Something did. I was the passenger in a car accident.
T-bone collision. Ambulances. Tow trucks.
Despite a concussion, severe whiplash, a burned arm and several bones oddly misplaced, I was stubborn and not only refused to go to the ER, but I drove myself to work following the accident.
My brain couldn’t register anything at work. I didn’t walk straight and I nearly fainted several times. A co-worker called my manager and I sent myself to the hospital. I went home with documents instructing me not to set foot at school or work. Sentenced to the doctor every other day for four months my year now focused on rehabilitation rather than researching.
Those months were inconvenient, physically exhausting and, to be frank, annoying.
Refusing help from paramedics and clocking-in to serve customers with injuries put my independence on a new level. I placed value on my education and work above my physical and mental health.
I was able to acknowledge the stupidity of this once I saw the fruit from resting. My brain was sharper; I was more energized and a lot happier.
I believe God used that time to release the burden of being hard on myself. Life put me in a place of forced rest and I saw just how much “Mary time” positively affected me mentally. I learned the importance of saying no to both people and homework to instead recharge. Putting aside work to focus on my mental and physical health was not a weakness, it was strength, and a lesson I learned the hard way.
The accident permanently affected my neck and knee, but I could’ve died. It showed me that no matter what, as long as I’m breathing, everything will be okay.
The accident also gave me perspective: we don’t know where anyone is at in their personal life and most often than not, people are struggling through obstacles and need grace. When I went back to work after the accident I was slower, my body was still in pain and I needed grace from both co-workers and customers. I was absorbing lectures slower and needed patience from lab partners and professors.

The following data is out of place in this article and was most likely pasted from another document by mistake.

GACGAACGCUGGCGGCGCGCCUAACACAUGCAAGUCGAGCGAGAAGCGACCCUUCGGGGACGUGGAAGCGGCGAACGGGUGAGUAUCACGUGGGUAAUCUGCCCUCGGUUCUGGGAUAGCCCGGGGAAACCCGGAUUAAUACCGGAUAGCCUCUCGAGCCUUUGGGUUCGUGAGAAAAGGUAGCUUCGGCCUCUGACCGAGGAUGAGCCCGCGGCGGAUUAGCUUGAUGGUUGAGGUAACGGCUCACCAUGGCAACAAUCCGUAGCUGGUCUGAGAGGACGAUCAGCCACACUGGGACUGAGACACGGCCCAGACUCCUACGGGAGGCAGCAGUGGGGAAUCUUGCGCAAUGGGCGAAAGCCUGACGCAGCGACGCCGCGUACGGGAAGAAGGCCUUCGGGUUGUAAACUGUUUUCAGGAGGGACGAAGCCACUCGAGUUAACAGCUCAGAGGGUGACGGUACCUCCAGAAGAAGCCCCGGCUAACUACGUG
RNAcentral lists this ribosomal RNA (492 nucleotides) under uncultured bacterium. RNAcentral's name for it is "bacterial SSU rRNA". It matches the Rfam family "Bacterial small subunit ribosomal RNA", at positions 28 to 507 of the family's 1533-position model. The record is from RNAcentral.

Fast-forward a couple of years to today. I was chewed out a few months back from a co-worker. I had accidentally bcc’d someone on an email when I should’ve cc’d them. It’s a deal, but it isn’t a big enough deal to be picked apart for 15 minutes. An hour later this co-worker got a phone call. His dad passed away. He broke down at his desk and I sat back (devastated for him) realizing (again) everyone I’m around has a life they leave at the door when they come to work they may take out their frustration on the little things because everything else is out of their control.
I guess what’s on my heart is this: work of any kind needs to be given respect. When you’re given a job, a responsibility or a situation where you have to step-up, don’t complain. Give 100% with a grateful attitude and kindness towards others.
Life will happen. You’ll get sick, you’ll get a flat tire and, hopefully not though, death or an illness might happen to a loved one.
You’ll want patience and grace from co-workers. I’ll tell you right now that if you’re lazy or have a bad attitude many things won’t go in your favor.
And when you’re off the clock, have fun. Write blogs, watch Homeland, go on photography explorations, do yoga, hang with family, travel somewhere. Whatever recharges you.
There is beauty to having a strong work ethic, as well as a strong mental state. To be strong mentally we (usually) need to take a step back and rest.
I’m still learning how to balance everything. I mean, I’m in my twenties and don’t need to have it all together, right?